Apex predator - Number of wolf packs almost double in Switzerland

Seven new births in the wild were also confirmed. (Zoo Zürich, Enzo Franchini)

Experts estimate that the country hosts between seven and nine wolf packs.

Within the space of a year, the wolf population has grown in Switzerland. According to the latest estimates of the Swiss Wolf Groupexternal link released on Sunday, at least seven wolf packs live in the country compared to four in the previous year. A pack is defined as a territorial wolf population of three or more socialised animals of both sexes.

The updated figures are from the biological year that runs from the beginning of May 2019 to the end of April 2020.

Assuming a minimum of seven wolf packs, it is estimated that there are now between 60 to 70 wolves in Switzerland.

The packs live in the cantons of Graubünden (Surselva, Obersaxen, Beverin), Valais (Val d'Anniviers, Val d'Entremont, Chablais) and Vaud (Col du Marchairuz). Solitary individuals are also present in the Bernese Oberland and Central Switzerland. In total, the number of packs could be as many as nine, according to the Swiss Wolf Group. The status of two groups, one in the Calanda massif in Graubünden and the other in the Ticino's Valle Morobbia, remains unclear.

Map

Distribution of wolf packs in Switzerland [Rudel = pack, Einzeltiere = solitary animals, Status unklar - status uncertain] (Swiss Wolf Group)

Seven new births were also confirmed, according to the Swiss Wolf Group; three in Valais and three in Graubünden, and one in the canton of Vaud.

‘Problematic’ behaviour - Four young wolves in hunters’ sights in eastern Switzerland 

wolves in graubünden

The young wolves in Calanda wolfpack, as seen in 2014, Graubünden is home to the first wolfpack in Switzerland (Keystone/Graubünden cantonal hunting and fishing department)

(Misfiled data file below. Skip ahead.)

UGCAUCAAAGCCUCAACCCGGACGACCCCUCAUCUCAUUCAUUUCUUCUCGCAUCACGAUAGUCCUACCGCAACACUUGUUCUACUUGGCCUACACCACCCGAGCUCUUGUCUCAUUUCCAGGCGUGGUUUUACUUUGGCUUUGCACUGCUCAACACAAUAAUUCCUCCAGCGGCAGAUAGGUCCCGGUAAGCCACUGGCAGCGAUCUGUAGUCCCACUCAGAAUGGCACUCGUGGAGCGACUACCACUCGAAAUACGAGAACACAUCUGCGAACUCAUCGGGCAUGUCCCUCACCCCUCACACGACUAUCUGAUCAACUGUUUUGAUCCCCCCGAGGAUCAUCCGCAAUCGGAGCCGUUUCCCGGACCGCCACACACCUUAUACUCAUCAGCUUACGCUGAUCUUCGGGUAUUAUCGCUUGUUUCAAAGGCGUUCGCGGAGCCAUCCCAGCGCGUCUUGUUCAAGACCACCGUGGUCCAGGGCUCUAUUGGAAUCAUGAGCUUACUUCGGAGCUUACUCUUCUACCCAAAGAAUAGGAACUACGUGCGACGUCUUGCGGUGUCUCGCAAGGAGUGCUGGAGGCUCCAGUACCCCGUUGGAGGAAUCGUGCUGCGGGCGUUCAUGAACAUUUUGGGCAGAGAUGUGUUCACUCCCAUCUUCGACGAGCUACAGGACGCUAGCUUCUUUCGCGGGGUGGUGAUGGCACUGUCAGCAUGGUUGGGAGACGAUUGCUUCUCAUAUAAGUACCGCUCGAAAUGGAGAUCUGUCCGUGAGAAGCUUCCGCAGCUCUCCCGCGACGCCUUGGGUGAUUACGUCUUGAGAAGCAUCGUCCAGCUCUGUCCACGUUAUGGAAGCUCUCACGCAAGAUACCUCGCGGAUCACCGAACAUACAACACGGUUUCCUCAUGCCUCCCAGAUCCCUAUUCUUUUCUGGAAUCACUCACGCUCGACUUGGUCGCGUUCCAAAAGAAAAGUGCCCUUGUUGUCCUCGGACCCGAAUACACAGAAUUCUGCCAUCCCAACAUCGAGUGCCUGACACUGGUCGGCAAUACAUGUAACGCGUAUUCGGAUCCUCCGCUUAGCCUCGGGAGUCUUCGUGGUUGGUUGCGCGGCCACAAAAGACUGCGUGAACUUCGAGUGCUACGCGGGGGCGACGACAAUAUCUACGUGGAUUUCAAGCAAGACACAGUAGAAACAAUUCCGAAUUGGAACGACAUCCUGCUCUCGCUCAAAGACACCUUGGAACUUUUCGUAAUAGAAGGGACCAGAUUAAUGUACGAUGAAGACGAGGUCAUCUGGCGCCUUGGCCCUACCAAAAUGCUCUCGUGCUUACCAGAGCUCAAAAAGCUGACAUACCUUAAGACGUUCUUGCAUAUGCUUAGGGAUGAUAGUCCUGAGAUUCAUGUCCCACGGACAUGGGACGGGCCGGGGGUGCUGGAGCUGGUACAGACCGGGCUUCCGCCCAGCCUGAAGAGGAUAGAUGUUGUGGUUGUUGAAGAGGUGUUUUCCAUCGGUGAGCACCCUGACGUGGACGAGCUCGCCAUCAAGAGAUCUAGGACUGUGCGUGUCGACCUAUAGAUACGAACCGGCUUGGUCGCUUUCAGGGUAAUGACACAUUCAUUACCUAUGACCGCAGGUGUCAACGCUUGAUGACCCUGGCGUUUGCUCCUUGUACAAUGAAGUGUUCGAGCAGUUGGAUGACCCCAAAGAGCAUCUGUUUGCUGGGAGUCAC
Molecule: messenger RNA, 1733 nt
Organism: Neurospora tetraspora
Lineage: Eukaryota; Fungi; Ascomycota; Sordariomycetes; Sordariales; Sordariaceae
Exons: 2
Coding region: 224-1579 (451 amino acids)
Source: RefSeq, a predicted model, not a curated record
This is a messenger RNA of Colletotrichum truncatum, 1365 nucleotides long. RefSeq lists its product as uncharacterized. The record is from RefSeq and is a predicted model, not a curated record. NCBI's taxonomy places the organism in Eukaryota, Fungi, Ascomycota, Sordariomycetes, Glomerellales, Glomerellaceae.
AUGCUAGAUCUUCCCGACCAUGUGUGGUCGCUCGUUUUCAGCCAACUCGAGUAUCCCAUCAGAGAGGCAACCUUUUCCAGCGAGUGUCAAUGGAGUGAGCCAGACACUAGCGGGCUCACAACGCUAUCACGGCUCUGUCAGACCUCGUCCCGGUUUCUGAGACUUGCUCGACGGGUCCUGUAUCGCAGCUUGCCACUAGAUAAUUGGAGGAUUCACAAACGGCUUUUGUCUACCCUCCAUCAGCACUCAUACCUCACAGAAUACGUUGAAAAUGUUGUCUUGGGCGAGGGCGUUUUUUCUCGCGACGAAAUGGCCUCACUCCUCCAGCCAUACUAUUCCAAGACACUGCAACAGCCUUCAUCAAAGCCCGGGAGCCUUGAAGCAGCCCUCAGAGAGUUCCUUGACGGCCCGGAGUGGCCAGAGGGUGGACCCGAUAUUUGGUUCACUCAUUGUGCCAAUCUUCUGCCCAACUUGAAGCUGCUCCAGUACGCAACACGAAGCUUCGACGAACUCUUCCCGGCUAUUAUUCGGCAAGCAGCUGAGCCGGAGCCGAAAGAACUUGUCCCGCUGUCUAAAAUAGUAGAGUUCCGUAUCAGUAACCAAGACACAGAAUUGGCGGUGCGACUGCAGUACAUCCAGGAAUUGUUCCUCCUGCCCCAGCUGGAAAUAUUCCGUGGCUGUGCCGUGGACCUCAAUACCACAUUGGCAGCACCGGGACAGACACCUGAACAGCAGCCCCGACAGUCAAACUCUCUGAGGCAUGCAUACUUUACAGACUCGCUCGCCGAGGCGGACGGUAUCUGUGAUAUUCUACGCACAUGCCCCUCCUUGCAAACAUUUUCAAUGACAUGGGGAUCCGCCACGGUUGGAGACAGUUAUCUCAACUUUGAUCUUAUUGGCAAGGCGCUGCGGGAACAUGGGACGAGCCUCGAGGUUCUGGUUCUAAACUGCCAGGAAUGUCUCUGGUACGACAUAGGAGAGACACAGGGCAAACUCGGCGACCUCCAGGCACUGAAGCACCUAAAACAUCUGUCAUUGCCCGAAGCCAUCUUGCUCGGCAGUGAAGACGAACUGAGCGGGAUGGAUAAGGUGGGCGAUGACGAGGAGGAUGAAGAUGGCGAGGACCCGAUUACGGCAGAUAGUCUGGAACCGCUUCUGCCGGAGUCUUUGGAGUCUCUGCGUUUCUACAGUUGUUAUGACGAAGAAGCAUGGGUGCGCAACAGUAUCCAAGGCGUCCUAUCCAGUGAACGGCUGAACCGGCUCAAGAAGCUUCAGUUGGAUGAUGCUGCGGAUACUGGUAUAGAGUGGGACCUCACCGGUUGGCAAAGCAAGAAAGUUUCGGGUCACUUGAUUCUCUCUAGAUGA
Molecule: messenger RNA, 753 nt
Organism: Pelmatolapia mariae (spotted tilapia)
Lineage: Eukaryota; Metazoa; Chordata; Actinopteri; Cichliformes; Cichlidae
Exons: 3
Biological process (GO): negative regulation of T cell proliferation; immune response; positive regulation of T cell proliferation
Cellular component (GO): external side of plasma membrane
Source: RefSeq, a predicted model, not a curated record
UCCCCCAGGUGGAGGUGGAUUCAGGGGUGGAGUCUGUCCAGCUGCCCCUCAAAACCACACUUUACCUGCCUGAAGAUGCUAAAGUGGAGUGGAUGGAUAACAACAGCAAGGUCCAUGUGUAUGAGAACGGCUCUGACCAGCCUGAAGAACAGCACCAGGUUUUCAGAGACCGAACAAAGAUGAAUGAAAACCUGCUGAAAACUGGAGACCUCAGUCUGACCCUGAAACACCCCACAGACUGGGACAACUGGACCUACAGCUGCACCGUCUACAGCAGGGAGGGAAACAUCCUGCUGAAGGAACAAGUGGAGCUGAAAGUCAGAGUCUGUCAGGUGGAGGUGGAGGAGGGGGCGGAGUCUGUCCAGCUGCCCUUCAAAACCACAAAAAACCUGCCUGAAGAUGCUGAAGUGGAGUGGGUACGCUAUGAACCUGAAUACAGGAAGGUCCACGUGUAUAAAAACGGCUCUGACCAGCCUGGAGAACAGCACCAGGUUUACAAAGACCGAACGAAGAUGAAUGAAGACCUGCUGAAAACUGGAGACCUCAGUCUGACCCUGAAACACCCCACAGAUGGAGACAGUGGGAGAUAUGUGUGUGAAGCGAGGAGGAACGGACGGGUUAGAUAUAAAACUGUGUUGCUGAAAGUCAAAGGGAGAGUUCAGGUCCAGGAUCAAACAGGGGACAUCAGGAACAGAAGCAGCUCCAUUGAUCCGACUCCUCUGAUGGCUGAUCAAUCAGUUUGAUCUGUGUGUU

A wolf protection group has condemned the decision to allow four young wolves in canton Graubünden to be shot, following attacks on farm animals in the region. 

The cantonal hunting and fishing department said on Fridayexternal link that there have been at least 15 attacks on goat herds – which were protected through special anti-wolf measures – which means the wolfpack’s behaviour can now be classified as “problematic”. 

The decision to target the young wolves comes in order to protect the parent animals. The hunting order is valid immediately and continues until March 31, 2020, and has been approved by the Federal Office for the Environment. 

The parent wolves had already attacked 59 sheep last year and the number is 40 so far this year, the head of Graubünden’s hunting and fishing department Adrian Arquint told Keystone-SDA. 

Arquint's department had confirmed the presence of a wolfpack on the Piz Beverin three months ago. Arquint said there are currently 30 wolves in canton Graubünden, with 17 born this year alone. 

Acceptance of wolves 

The Wolf Switzerland Group said it regretted the hunting order but accepted that the regulations were legal. 

In a statement it added that the regulations were not used enough to protect animals in the wolf-affected areas or to increase acceptance of wolves. The federal authorities’ guidelines for herd protection were so weak that wolves were still attacking animals, it said and called for better protection measures. 

In September parliament made it easier to hunt wolves, bears and ibexes, giving cantons more freedom to decide when an animal should be culled after consulting the Federal Office for the Environment. 

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